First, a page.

"It was a moment I'll never forget," Swift says. "I thought he [Hayes] was going to kill that doctor. He slammed his fist down into the table, and he's a big guy." They both stood up, started yelling. Swift says she got in the doctor's face, told him he'd be hearing from their attorney, and left with her fianci. The hospital later offered them $25,000, she says, to let the issue lie. The couple didn't want the money, but they struggled with what to do for several months. Should they go to a lawyer? The media? Meanwhile, the state board of medical examiners opened an investigation into the case. As with most medical licensing boards, the investigation will not be made public unless and until discipline is imposed.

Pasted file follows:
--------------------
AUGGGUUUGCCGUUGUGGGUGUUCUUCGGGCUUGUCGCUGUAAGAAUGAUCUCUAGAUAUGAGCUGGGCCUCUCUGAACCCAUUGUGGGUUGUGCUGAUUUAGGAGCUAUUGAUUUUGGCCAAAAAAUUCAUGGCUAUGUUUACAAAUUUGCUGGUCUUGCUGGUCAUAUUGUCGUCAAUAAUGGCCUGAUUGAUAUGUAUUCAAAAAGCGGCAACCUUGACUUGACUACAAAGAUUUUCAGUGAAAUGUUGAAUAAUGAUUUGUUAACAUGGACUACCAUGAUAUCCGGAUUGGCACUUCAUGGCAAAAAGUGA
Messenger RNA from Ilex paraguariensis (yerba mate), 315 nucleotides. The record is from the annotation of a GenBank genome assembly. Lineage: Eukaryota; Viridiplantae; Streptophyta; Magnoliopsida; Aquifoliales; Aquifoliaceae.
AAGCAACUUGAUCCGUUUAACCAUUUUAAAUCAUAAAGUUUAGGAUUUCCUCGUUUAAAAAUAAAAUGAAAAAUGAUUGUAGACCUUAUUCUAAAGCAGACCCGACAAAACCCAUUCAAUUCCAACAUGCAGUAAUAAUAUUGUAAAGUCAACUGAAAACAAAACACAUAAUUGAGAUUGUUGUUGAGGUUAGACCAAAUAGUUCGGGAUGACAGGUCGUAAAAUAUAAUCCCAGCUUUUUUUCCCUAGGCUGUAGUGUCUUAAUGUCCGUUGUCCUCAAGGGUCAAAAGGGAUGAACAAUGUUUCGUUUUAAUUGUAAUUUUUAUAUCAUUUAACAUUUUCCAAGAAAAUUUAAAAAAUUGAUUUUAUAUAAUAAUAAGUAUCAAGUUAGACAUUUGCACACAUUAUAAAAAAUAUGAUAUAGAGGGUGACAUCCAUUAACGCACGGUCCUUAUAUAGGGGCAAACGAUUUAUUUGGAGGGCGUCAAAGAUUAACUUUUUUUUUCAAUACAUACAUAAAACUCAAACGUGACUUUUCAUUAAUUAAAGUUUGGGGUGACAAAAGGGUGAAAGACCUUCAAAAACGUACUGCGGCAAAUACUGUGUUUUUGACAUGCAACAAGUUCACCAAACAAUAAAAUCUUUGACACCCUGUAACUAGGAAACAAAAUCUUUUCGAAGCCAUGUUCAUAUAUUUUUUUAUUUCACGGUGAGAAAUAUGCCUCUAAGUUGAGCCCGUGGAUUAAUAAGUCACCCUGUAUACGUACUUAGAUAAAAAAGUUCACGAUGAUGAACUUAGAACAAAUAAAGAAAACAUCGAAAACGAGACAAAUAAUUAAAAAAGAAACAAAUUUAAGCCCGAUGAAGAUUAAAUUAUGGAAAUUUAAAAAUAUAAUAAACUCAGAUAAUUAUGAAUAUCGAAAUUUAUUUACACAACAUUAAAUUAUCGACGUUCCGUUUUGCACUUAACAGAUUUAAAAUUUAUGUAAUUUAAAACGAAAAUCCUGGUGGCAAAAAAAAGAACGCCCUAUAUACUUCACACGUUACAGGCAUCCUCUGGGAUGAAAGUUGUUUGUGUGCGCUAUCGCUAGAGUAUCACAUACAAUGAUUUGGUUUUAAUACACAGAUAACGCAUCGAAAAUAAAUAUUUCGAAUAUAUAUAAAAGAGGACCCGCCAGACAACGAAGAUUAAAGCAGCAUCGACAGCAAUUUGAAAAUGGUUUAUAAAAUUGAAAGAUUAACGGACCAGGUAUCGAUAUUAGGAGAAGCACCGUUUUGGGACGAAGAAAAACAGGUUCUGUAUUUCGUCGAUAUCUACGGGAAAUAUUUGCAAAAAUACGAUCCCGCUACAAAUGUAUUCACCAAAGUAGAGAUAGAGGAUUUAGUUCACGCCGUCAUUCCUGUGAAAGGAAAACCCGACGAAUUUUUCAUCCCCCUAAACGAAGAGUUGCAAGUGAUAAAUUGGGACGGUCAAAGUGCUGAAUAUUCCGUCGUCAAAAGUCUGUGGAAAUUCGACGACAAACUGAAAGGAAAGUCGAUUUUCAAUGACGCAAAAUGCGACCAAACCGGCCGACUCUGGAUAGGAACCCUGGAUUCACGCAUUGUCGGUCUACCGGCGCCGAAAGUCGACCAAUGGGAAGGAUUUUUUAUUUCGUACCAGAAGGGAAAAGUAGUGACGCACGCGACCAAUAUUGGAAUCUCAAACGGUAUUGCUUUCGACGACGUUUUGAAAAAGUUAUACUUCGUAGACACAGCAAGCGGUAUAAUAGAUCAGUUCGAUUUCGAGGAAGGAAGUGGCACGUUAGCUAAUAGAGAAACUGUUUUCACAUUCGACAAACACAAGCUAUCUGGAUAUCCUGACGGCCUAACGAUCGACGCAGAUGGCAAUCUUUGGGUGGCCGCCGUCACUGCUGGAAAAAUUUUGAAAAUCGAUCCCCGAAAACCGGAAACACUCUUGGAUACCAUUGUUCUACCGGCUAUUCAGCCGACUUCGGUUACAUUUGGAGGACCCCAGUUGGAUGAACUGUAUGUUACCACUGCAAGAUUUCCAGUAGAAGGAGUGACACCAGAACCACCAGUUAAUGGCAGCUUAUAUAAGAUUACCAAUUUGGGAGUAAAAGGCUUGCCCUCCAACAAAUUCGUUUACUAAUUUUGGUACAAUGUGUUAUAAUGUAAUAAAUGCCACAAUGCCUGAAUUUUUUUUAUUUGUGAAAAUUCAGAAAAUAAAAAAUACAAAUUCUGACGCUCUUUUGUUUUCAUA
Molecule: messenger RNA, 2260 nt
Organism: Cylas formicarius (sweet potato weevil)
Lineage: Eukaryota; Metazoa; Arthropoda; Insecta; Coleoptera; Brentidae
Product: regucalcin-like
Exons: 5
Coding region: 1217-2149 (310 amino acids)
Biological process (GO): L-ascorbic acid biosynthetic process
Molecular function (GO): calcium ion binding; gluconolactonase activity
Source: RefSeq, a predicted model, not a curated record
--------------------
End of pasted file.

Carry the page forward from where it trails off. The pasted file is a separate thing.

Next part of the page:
By the time Hayes lodged his complaints in Multnomah County court, his maybe-child, referred to as Baby Doe in court papers, would have been 3 months old. His legal claim begins with the assumption that genetics equals a sort of quasi-property claim, that depositing sperm in a cup holds at least as much sway in determining parenthood as having sexual intercourse with the baby's mother. "There could be a kid in the world that is half mine or part mine," he wrote in an e-mail. "I don't even know how to describe this. I'll always be looking at every child I pass, checking its age, features and wondering."

Aside from his supposed-baby's filial rights, Hayes raises a raft of practical what-ifs. What if the child wants to know his biological father? What if he needs to know about genetic disease risks? What if he sees a familiar face in the grocery store? "It's so layered. It's unbelievable," his fiancie says. "There could be a million different stories."